Asking for help and accepting the terms that getting help sometimes has has been the most emotional experience I've had since I moved out of my mother's house when I was 14.
Before I used to take criticism, stick it in a deep hole inside me, and hold grudges or allow the hurt it has caused to screw with me forever.
Now I meet it, I work to understand it, and I try.
I try really hard.
I also recognize that I am a human with needs and instead of treating myself like a superhuman, I treat myself as a person.
I forgive myself.
I try to let it go- I try not to take things personally.
And I keep trying to put myself outside of my comfort zone.
I used to never have a problem being outside of my comfort zone because I couldn't think of what made me uncomfortable.
Now I know what makes me uncomfortable and I am trying to face the challenge head on.
I am uncomfortable with my peers.
I have never felt truly part of any team and I have never been able to relate to people my own age.
Excellent at putting myself in anyone else's shoes, but couldn't tell you my own size.
So at my portfolio review, I allowed myself to be nervous, but I also allowed myself the knowledge that
IT WILL ALL BE OKAY, whatever happens.
What made my portfolio session such a HUGE release and catalyst for change was Jeanne Abbott's presence at the meeting.
Jeanne was my editor during my first attempt at reporting.
She was the one who I had to disappoint when I withdrew following Tim and I breaking up the first time.
She was the one that made the perfectionist inside of me sob to see. I was afraid that I could never make my failure up to her.
And when I said at my review yesterday that I had been commenting a lot in lecture in the beginning of the class, but no longer felt comfortable, Jeanne's eyes lit up and she said that she remembered that and I could see that she wasn't mad at me at all and when I talked about how I tend to bolt when stress builds to a certain level, I could see that, at the very least, that she understood.
(Ugh, crying again)
This was like lifting a bus off of my bones.
I could have flown if my wings weren't invisible.
And when Katherine agreed with me on a point about time usage in lecture-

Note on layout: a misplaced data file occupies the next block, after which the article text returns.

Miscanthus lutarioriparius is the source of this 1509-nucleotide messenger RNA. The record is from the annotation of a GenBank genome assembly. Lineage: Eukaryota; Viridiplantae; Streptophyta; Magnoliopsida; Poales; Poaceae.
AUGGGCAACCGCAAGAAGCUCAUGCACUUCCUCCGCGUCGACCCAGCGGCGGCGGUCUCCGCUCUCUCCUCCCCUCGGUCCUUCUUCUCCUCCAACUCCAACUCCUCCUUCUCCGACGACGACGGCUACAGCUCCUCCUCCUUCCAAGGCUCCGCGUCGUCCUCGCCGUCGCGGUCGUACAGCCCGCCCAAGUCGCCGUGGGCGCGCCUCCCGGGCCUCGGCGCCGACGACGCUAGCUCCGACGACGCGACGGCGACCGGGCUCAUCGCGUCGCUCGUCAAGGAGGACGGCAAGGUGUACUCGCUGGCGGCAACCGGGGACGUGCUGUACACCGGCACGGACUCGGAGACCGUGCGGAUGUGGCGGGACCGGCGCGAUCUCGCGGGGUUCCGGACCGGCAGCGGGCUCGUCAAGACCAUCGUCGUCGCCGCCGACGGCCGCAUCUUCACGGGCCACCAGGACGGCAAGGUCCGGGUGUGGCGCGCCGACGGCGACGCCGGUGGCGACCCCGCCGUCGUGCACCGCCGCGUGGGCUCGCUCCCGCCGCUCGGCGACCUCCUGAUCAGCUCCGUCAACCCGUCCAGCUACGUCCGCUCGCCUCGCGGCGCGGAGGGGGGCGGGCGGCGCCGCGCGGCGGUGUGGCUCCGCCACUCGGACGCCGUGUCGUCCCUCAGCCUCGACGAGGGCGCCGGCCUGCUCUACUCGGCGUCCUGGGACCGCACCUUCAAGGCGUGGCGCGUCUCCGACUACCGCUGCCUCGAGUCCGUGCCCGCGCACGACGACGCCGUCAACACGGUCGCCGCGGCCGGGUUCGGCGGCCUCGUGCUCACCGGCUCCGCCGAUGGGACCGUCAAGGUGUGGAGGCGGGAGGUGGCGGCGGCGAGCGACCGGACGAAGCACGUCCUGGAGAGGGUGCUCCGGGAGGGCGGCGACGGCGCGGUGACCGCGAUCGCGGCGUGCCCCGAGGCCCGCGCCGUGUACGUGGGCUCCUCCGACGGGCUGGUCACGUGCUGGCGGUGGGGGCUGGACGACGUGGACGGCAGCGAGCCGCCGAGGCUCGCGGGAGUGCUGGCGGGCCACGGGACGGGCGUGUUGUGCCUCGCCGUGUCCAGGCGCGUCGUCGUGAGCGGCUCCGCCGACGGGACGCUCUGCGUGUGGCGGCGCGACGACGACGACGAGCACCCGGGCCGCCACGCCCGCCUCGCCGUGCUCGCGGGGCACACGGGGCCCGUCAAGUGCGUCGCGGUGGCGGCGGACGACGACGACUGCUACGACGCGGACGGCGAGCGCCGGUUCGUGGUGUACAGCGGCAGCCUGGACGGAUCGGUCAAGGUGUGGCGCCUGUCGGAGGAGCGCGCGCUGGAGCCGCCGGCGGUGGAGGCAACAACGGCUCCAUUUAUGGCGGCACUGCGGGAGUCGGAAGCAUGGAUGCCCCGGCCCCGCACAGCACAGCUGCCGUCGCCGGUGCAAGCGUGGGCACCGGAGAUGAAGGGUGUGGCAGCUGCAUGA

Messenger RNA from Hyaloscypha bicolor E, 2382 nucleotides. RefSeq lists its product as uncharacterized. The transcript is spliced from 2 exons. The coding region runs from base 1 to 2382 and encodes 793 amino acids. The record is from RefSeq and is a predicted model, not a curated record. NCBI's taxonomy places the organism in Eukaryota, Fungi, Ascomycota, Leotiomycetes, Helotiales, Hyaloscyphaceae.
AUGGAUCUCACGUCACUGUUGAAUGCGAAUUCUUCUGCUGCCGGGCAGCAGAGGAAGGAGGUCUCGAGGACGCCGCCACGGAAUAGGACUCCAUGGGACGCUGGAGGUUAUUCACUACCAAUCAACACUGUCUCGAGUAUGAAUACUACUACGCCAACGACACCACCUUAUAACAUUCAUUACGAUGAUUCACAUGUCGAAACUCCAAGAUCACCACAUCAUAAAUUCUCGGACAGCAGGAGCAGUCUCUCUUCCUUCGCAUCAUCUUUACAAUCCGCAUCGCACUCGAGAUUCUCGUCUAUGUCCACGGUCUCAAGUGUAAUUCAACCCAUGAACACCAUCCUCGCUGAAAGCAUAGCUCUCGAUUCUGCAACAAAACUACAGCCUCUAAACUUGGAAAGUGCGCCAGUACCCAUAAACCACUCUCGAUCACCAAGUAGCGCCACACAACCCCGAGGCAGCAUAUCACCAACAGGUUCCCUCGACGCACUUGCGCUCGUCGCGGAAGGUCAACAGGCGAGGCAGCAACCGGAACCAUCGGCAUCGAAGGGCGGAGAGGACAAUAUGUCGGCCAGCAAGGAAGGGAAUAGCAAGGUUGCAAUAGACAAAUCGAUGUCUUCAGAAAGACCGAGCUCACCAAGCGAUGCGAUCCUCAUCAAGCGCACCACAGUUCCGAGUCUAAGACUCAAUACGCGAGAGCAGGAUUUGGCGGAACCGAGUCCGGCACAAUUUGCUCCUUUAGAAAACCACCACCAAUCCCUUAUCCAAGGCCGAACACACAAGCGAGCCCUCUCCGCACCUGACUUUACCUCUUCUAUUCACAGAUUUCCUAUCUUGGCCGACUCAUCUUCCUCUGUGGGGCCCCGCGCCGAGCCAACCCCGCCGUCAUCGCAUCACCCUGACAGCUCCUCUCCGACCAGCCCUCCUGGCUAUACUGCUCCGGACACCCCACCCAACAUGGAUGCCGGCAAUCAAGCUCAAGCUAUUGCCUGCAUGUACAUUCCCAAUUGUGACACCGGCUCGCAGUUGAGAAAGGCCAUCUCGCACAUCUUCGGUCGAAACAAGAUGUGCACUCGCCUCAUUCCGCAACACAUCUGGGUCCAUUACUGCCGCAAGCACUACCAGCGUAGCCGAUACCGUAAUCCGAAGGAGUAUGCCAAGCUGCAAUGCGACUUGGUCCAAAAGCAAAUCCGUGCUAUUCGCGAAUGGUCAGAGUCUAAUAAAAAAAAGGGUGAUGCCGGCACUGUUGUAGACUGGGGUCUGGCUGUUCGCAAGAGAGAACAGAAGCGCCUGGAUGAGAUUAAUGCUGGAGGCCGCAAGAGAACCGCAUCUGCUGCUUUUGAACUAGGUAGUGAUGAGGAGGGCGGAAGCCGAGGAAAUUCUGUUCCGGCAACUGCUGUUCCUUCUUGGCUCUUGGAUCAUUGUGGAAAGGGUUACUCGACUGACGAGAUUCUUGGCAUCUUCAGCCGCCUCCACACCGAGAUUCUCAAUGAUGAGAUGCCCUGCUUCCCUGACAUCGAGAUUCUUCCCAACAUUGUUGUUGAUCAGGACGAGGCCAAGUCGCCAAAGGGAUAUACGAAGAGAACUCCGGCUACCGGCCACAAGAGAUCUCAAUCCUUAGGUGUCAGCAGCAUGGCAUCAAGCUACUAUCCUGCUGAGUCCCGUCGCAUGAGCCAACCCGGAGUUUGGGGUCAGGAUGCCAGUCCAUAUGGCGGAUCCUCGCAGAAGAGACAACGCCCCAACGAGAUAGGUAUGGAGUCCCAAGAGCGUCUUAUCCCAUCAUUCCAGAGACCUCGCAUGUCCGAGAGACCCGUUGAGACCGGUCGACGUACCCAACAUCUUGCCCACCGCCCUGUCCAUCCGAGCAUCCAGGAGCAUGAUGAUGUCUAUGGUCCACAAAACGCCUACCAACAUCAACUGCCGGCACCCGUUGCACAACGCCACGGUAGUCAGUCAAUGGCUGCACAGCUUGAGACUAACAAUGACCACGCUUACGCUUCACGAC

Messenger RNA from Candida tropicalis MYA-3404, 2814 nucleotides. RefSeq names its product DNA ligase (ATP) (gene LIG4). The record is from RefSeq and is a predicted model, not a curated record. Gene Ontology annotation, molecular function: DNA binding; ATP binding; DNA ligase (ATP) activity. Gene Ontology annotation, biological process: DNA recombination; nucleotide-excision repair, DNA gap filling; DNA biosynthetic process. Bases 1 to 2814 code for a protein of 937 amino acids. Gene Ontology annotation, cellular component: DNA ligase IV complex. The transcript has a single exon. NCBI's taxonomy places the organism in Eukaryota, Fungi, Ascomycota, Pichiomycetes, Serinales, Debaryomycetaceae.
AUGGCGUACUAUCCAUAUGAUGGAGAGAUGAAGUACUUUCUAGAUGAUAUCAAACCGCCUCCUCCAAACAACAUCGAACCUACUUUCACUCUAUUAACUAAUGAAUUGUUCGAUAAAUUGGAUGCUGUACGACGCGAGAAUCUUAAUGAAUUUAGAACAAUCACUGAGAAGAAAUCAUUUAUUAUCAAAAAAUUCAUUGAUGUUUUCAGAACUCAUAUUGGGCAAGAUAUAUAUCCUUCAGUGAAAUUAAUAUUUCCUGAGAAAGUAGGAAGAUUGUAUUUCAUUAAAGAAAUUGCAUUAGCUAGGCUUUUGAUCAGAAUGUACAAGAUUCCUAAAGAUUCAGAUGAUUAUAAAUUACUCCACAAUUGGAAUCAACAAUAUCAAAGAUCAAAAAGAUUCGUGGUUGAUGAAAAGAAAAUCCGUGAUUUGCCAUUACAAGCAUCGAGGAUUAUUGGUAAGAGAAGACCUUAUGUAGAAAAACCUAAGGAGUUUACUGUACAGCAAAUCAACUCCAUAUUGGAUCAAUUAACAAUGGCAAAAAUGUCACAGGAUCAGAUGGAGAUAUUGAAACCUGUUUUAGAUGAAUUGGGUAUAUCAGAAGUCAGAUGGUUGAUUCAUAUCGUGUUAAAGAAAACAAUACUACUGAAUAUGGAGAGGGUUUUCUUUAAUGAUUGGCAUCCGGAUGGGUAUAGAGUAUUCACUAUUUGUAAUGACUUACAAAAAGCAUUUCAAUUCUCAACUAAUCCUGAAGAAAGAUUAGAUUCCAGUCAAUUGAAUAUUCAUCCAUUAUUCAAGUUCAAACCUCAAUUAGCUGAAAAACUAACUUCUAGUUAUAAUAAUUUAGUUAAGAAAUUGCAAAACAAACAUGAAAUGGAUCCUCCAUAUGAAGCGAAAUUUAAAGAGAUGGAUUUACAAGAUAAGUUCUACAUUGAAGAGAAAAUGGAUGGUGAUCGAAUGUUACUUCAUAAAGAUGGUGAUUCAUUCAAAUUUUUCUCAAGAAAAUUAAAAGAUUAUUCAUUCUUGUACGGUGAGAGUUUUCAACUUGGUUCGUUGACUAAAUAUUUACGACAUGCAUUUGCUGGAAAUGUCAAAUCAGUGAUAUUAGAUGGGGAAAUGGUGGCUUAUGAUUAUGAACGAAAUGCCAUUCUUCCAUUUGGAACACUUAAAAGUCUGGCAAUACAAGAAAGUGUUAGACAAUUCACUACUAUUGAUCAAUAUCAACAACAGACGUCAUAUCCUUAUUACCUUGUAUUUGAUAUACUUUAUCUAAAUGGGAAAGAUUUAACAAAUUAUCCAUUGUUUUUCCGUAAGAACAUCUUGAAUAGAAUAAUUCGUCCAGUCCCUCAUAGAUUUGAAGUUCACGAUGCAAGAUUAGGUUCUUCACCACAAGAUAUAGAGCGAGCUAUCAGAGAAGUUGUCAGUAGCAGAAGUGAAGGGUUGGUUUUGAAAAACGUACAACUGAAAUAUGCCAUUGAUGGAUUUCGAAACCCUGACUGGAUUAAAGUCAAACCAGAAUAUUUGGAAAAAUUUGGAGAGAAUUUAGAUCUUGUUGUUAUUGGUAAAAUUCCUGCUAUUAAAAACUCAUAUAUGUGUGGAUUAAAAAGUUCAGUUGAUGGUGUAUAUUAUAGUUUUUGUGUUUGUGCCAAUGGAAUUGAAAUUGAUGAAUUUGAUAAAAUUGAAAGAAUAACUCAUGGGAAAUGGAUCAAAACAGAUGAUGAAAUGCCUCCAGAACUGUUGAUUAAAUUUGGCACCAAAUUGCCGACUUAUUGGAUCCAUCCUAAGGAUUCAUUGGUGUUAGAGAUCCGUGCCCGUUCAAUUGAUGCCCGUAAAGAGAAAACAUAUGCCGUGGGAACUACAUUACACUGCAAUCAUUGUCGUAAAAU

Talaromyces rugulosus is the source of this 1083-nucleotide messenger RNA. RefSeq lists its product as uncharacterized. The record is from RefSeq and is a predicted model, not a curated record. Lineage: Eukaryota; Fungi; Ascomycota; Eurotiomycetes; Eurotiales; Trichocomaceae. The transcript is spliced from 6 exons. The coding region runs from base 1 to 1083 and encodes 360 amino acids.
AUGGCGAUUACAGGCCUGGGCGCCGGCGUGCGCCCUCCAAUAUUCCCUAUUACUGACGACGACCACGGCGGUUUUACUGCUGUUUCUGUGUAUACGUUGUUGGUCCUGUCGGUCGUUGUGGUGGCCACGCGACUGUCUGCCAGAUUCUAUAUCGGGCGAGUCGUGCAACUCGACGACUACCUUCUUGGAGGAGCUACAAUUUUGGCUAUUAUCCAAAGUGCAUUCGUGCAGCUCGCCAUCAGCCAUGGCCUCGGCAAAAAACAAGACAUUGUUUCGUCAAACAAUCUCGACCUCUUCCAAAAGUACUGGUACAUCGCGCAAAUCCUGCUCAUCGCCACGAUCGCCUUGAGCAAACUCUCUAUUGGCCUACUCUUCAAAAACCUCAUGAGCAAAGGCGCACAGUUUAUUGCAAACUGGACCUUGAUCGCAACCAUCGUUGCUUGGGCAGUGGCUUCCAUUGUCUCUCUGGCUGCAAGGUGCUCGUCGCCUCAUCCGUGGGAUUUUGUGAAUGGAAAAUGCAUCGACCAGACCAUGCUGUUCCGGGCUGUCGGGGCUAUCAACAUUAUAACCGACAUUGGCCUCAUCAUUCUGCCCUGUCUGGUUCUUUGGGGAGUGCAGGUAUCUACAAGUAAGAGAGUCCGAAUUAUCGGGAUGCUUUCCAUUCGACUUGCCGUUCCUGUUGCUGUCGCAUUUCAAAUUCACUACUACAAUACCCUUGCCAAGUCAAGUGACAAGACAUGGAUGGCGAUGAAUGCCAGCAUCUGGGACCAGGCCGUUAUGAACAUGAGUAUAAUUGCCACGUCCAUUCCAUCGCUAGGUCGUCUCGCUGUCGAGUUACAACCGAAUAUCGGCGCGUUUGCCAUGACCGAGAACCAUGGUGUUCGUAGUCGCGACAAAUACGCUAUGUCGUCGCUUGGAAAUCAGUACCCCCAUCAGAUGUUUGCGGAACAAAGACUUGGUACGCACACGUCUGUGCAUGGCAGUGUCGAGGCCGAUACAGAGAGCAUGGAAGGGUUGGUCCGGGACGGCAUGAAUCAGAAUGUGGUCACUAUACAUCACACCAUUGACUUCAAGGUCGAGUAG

it was like eating the best steak of my lifetime.
I realized from that that I can take ANYTHING you have to throw at me, as long as there's even a hint of validation.
If there's one thing someone can agree with me with, I can deal with just about anything else they have to say.
Liz told me that she's just been having to lasso me in pretty much constantly throughout our experience here and I admitted that that was absolutely true and thanked her for doing it.
And really, what a great way to put it.
That's exactly how I am.
I just. float away if allowed.
The moment I'm not held in place, I'm gone.
(example: this entry getting away from me RIGHT NOW)
After my review, which, I gotta say- I now think Liz, Jeanne, and Katherine are three of the most honest, forthcoming, fair, and insightful women that I've had the honor to meet and work with, I felt PHENOMENAL.
I sat down at my computer and that afternoon, I talked to everyone.
And I don't know what kind of magic pixie dust effect could have caused this, but I almost instantly felt a part of the team and that I am going to be okay, and that I am not a huge fuck-up, I'm just a little socially under-developed.
And that's okay. That's something I can work on.
This morning, another reporter from my class held his umbrella over my head as we walked into the building.
I participated in class and I didn't end up regretting it.
I confirmed my interview appointment because I thought that would be very professional and I didn't let my nerves get to me.
I had a GREAT interview and my courage is rising fast.
Katherine approached me and gave me props.
I feel prepared for the planning meeting about my story on Les Bourgeois on Thursday, I have been crossing things off my to do list like it's going out of style, I have a multimedia project planned for tomorrow evening, an interview from today to transcribe with plans to talk again on Saturday.
I'm well on my way to finding myself again.
Exponential growth, here I come.